>about the site and its constituent parts, amongst which are the various
>classes of artefcats, togeher with the structural evidence, environmental
>evidence and so on and so on
I never said that the concerns of numismatists were more significant than
the concerns of archaeologists. They are different subjects, as such one
cannot be more significant in a global sense. That goes for art history,
iconography, comparitive mythology, any subject that adresses the past is
no more significant than any other subject tha adresses the past. We pick
what we do for subjective reasons, we should learn to appreciate all
disciplines as equal. They are all just grist for our respective
philosophical mills. Like the alchemists, we are in the process of
transmuting ourselves, not the material (now I'm being Jungian!)
> I do agree that other discplines are also valid - I would be hard put to
>do my job without people working in other disciplines - geology, materials
>science, field archaeology, illustration, photography - all these contribute
>more to what I do than do those who buy and sell stamped samian or
>occasional medieval pots
I would not condemn a profession that had not helped me personally, when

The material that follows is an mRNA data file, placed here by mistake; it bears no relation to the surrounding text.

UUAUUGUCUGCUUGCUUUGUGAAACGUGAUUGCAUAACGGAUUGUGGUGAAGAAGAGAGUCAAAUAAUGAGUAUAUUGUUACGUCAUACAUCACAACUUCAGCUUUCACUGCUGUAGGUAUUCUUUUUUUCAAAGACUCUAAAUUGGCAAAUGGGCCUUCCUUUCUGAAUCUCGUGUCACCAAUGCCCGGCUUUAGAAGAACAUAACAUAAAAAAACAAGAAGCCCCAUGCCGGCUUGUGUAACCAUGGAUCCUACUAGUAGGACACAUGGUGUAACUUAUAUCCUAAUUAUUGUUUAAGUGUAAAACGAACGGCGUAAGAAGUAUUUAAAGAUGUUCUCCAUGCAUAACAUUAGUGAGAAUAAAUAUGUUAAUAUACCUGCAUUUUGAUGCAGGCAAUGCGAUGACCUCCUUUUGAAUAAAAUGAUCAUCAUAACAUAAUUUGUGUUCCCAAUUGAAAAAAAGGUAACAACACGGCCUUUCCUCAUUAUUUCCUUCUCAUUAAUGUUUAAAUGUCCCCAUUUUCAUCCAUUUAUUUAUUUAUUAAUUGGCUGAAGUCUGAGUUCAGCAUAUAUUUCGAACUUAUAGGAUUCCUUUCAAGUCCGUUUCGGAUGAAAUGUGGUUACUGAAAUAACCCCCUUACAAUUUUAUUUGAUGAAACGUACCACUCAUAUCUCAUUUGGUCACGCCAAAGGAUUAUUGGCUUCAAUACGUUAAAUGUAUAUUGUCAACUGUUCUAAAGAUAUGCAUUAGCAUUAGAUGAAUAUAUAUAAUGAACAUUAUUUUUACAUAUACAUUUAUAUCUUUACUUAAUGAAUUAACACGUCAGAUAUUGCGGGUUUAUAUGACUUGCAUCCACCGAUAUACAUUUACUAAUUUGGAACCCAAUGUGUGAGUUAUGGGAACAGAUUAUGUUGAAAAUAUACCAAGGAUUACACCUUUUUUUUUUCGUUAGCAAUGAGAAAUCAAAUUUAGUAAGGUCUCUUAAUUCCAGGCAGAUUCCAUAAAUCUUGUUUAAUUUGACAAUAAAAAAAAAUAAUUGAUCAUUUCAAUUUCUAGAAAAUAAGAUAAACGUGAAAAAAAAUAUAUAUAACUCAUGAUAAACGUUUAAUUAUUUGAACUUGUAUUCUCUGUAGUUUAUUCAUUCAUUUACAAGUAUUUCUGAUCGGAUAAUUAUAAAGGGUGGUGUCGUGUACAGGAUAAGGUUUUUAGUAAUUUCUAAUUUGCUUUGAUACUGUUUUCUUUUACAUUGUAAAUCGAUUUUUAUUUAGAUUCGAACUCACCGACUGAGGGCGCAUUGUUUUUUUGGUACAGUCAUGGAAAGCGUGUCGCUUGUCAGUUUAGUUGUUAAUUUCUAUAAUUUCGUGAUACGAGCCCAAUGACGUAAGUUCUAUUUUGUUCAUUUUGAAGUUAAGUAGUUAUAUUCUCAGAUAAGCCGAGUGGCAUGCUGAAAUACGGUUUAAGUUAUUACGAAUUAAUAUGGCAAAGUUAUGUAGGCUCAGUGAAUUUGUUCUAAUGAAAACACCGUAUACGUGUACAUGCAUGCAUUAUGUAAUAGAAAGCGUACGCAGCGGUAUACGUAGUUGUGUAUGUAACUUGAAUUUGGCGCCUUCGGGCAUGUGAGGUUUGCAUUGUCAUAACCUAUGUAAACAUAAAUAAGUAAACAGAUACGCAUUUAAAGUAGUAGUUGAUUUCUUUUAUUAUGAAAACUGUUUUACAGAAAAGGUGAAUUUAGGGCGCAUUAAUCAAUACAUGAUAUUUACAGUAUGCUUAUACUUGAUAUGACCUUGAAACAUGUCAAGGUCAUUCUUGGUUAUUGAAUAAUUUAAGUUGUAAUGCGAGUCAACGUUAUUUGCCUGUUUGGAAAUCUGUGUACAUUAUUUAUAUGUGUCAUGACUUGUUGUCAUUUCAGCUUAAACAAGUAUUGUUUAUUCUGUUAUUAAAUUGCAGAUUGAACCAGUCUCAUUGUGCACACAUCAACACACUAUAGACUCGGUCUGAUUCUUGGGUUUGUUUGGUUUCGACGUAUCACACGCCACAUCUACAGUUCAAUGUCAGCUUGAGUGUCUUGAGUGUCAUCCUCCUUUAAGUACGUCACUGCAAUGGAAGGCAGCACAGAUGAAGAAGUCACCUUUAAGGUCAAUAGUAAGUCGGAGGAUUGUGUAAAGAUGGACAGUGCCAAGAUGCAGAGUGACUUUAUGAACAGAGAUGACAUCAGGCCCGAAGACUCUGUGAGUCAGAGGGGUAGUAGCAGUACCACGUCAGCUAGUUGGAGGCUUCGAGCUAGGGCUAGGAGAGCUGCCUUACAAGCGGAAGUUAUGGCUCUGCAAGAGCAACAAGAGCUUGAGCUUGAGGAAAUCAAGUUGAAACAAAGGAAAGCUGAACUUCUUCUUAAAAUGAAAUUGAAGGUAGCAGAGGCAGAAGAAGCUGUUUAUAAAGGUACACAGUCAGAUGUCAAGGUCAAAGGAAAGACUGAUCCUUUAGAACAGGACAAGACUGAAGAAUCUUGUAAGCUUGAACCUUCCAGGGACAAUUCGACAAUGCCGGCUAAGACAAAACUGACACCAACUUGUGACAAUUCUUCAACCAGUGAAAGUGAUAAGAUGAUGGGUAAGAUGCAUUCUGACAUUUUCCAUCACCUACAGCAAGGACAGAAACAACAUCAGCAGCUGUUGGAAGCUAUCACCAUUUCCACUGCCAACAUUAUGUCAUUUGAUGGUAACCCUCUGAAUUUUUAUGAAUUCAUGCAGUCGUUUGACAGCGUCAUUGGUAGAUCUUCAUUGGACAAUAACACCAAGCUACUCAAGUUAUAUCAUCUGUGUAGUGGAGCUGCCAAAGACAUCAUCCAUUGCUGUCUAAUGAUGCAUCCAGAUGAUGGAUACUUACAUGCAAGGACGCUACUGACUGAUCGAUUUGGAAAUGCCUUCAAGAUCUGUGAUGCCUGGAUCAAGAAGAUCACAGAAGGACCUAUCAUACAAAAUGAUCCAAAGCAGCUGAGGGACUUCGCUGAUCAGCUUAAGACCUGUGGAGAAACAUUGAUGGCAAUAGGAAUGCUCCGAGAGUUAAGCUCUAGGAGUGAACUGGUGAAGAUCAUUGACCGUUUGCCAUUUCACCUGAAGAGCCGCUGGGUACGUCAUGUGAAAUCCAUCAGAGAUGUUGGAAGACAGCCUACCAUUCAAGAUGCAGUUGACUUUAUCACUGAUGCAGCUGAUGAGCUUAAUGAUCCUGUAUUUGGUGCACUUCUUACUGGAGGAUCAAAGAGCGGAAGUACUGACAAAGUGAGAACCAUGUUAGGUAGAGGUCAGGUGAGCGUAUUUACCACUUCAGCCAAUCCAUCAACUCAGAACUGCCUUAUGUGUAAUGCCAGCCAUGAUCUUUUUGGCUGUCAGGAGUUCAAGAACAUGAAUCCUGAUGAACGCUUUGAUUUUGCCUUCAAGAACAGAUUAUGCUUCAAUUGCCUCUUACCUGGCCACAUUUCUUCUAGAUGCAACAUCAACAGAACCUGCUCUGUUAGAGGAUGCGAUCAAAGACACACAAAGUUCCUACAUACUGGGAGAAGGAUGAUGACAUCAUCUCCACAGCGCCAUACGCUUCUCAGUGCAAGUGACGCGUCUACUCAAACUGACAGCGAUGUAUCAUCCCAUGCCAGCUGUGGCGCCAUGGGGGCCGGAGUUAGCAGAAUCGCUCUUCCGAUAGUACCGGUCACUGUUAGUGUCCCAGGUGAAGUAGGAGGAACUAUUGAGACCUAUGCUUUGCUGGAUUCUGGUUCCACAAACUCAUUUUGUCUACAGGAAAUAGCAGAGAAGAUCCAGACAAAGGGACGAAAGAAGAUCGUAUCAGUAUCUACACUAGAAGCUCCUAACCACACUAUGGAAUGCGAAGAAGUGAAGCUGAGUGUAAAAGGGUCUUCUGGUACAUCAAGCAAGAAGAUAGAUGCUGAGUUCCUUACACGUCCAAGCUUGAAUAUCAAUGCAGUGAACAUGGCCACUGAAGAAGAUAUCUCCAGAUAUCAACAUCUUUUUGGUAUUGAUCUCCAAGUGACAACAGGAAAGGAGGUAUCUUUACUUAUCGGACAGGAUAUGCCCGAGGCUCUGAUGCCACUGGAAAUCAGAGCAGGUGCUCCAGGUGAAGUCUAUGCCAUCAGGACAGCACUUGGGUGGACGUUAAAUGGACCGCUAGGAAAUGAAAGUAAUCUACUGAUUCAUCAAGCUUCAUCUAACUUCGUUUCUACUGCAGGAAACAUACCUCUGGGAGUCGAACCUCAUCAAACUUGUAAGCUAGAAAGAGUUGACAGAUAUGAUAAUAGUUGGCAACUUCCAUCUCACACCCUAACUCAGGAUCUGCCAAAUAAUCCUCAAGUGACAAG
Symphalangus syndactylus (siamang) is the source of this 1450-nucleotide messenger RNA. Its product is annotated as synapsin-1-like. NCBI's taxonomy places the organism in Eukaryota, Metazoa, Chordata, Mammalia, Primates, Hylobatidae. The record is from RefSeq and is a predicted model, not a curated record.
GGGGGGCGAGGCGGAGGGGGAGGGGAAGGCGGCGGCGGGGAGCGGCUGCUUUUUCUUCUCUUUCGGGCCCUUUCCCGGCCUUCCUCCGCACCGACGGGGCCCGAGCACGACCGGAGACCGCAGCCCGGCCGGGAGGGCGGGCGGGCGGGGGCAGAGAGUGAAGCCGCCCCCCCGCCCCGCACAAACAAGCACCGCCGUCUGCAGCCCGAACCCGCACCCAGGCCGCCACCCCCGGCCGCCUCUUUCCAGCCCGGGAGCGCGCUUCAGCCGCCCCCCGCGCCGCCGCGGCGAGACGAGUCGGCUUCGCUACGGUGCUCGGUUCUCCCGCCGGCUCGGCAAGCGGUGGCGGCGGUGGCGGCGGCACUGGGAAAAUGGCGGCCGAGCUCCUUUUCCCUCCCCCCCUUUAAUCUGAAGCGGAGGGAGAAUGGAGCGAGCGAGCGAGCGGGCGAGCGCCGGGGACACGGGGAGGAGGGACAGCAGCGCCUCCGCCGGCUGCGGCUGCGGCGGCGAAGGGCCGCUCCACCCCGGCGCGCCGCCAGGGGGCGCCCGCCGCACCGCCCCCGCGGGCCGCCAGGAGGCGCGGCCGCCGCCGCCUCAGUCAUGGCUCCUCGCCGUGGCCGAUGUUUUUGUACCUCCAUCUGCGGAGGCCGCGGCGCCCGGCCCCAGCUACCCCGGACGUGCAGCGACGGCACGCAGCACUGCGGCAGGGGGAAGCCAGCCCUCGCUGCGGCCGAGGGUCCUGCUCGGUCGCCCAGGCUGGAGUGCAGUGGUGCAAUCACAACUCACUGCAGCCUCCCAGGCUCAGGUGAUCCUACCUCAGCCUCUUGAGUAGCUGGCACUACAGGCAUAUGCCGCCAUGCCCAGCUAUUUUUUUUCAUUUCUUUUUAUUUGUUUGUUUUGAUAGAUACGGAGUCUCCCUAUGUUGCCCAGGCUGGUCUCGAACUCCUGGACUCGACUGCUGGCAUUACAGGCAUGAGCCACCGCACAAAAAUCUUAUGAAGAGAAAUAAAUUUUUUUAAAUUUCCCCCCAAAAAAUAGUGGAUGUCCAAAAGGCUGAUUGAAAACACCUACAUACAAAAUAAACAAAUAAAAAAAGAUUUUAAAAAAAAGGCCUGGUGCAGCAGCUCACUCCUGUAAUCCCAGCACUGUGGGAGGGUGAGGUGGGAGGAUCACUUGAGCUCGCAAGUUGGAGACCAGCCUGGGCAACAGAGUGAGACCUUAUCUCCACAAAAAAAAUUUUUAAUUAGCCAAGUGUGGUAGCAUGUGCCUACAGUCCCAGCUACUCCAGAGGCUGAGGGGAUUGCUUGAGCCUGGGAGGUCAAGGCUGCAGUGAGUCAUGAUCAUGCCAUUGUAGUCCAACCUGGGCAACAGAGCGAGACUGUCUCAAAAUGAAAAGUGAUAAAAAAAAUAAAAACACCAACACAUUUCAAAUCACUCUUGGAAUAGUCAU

that profession had helped others. That is rather egocentric no?
>> One can always get an appointment to look at a bunch of stuff, but I am
>talking about obtaining visual data that can be used in a published study
>for the benefit of all who read that study.
> I am in the process of doing this for medieval pottery for north
>Derbyshire and South Yorkshire. Looking at 'bunches of stuff' is what I do
>and I see no reason why that is any less useful than 'obtaining visual data
>to be used in a published study' ... in fact, on reflection, by looking at
>'bunches of stuff' I am 'obtaining visual data that can be used in a
>published study' ... I use a camera and a computer and the services of a
>draughtsperson to do so - (the quality of the photographs may not be great,
>but that's my fault).
Ther's nothing wrong with that if you pay for it yourself. Many museums do
not allow you to take your own photographs. Some do not even allow you to
do a sketch in their museum. Perhaps they feel that the market for
photographs of Medival pottery is not worth bothering about. Do a study of
the paintings of Turner and go to the National Gallery with your camera and
see what happens then!
> I reiterate - I have received excellent co-operation from the staff of
>the musems concerned and have never been charged for anything.
So the British Museum or the National Gallery charges some people for
photographs and not others? Some museums are better than others. I was
allowed to take photographs at the Natural History Museum in Oxford, but I
couldn't even go in the National Gallery with my Nikon, even with no flash
and a good quality 1000 ASA film. My wife almost got kicked out of the
Chinese Genghis Khan exhibit for sketching a belt hook.